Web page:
The effect of the APOE polymorphism on HDL-C concentrations depends on the cholesterol ester transfer protein gene variation in a Southern European population.Clin Chim Acta. 2006 Apr; 366(1-2):196-203.CC
Apolipoprotein E (ApoE) locus has consistently shown a significant association with low-density lipoprotein cholesterol (LDL-C). However, its impact on high-density lipoprotein cholesterol (HDL-C) has been highly controversial suggesting that it may be context-dependent. We examined the gene-gene interaction between the common ApoE and the CETP polymorphisms in determining HDL-C concentrations in men and women from the general population.
550 unrelated Caucasian subjects were randomly selected from a Mediterranean Region in Spain. Plasma lipids, anthropometric, clinical and lifestyle variables were measured. Common ApoE and CETP-TaqIB polymorphisms were determined.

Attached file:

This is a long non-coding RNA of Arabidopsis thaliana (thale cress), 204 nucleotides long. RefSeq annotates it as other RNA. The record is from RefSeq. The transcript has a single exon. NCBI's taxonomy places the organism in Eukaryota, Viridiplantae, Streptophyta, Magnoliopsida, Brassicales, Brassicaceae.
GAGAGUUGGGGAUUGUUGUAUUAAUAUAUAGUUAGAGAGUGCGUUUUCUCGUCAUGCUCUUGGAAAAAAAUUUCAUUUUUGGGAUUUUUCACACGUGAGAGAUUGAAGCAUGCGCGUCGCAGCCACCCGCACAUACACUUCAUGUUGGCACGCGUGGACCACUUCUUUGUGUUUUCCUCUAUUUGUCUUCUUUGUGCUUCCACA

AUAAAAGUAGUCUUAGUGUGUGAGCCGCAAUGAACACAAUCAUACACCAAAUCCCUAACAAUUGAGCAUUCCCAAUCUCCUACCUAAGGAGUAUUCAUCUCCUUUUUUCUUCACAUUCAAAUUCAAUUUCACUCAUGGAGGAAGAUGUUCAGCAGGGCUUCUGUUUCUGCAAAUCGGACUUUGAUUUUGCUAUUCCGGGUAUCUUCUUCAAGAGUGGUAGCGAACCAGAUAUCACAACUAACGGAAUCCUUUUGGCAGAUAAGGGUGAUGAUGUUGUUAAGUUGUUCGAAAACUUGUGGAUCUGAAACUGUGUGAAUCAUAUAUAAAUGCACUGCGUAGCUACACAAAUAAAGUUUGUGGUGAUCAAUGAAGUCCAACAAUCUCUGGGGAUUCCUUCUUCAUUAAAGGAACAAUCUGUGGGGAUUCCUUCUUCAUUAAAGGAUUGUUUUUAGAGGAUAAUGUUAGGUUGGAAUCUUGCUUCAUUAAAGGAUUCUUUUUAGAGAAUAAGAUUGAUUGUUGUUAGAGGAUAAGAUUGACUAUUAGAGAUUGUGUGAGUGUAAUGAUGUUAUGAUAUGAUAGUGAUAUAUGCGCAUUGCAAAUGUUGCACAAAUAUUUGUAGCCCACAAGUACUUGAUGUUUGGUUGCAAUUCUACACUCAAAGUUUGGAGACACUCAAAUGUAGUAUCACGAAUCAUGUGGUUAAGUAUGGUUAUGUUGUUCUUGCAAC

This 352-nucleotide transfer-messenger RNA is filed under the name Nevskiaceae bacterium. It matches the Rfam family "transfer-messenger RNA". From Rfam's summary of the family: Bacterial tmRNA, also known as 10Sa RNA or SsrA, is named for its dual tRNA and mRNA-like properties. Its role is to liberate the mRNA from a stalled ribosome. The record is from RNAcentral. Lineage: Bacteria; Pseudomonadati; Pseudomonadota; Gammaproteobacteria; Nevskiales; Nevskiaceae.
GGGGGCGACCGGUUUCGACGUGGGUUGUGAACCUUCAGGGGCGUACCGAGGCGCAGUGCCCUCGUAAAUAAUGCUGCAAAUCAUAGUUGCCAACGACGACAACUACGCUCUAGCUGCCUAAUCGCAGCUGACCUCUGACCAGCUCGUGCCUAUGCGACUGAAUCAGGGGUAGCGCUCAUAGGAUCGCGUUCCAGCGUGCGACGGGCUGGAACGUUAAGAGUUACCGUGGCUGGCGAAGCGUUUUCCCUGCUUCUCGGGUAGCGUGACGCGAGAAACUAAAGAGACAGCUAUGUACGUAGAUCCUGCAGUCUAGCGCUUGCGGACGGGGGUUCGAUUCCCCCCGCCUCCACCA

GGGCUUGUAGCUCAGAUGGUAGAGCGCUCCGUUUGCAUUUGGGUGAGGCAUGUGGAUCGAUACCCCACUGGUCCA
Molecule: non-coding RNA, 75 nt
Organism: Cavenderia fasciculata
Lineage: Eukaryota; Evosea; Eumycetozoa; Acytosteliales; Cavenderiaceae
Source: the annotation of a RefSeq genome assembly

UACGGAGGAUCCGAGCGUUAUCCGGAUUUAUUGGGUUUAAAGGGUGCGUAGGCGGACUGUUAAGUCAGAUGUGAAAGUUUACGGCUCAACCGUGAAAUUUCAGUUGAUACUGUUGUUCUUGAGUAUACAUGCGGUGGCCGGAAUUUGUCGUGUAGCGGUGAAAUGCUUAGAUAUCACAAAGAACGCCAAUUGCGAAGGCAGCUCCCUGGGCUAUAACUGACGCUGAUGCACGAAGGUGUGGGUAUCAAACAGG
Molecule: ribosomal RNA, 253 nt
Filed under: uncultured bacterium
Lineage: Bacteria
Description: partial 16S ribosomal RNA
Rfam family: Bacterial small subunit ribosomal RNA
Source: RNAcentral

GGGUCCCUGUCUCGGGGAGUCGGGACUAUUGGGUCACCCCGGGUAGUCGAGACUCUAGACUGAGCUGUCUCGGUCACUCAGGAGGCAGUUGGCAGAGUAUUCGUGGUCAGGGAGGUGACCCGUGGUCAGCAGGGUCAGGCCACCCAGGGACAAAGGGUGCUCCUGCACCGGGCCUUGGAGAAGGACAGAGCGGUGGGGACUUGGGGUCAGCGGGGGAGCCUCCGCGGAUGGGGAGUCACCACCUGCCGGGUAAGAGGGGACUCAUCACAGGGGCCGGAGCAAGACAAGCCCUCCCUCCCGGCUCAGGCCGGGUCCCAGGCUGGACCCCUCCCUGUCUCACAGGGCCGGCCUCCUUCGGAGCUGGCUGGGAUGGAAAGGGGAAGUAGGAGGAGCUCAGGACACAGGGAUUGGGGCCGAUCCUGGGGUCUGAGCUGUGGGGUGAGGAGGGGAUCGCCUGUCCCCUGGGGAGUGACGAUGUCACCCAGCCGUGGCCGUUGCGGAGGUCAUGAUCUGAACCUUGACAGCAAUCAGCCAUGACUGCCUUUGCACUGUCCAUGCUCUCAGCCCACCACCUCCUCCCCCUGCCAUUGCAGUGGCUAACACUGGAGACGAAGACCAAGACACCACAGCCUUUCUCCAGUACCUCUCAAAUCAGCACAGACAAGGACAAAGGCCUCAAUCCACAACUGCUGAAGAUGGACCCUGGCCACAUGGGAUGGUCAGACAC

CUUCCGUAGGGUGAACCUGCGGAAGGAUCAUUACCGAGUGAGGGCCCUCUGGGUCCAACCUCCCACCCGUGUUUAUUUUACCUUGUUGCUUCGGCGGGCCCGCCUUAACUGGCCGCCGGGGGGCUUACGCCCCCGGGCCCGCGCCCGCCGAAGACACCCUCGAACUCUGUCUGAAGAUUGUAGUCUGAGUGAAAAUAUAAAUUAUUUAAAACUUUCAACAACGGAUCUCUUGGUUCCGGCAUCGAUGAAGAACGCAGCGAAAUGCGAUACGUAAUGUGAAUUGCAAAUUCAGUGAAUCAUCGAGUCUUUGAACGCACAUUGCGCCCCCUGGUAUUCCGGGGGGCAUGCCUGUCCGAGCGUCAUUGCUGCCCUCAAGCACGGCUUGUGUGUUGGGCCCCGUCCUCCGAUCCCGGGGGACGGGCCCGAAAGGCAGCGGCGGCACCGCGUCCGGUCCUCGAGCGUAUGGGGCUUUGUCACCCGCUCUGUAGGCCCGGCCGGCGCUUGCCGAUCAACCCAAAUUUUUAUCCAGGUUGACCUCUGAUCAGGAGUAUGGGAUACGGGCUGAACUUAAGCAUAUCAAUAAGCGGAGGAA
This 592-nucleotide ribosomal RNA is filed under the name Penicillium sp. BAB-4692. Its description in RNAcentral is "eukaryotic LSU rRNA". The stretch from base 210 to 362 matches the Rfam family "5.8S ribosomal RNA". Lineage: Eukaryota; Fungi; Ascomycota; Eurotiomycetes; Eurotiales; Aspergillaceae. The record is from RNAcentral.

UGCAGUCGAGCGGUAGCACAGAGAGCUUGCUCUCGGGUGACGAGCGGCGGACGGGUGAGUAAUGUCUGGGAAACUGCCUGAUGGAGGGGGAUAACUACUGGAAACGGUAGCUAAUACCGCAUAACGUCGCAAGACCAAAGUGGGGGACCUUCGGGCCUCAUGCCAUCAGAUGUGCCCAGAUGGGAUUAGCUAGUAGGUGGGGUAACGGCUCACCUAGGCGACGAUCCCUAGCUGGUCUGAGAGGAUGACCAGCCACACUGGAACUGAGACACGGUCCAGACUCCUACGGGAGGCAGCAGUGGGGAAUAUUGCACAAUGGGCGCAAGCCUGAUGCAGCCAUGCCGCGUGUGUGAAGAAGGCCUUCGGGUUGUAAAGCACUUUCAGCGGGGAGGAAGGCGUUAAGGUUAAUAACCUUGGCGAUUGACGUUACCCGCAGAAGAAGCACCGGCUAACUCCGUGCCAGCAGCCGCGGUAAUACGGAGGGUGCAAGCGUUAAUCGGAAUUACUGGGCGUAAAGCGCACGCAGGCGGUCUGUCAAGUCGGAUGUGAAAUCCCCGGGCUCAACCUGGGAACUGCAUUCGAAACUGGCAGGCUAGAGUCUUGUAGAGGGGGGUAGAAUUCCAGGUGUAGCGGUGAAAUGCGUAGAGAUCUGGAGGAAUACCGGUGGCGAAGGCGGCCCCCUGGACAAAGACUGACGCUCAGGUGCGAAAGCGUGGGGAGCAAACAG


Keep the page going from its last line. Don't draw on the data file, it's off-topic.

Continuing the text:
We have found a gene-gene interaction between and ApoE and the CETP loci in determining HDL-C concentrations. Thus, after adjustment for gender, age, body mass index, tobacco smoking, alcohol consumption, physical exercise and medication, carriers of the E4 allele had lower HDL-C concentrations [mean and (standard error): 40.1 (2.6) mg/dL] than E2 subjects [47.7 (3.2) mg/dL; p=0.019], and even lower than those of the E3 subjects [44.7 (1.4) mg/dL; p=0.042], only if they had the B1B1 genotype. However, mean HDL-C concentrations were higher among those with E4 allele carrying the B2 allele at the CETP gene locus [50.5 (2.3) mg/dL], and lower among E2 subjects carrying the B2 allele [45.5 (2.6) mg/dL]. This interaction was observed in both men and women. This gene-gene interaction remained statistically significant even after additional adjustment for triglycerides.
The effect of the ApoE polymorphism on HDL-C concentrations depends on the CETP polymorphism, explaining some of the controversial results previously reported for this polymorphism.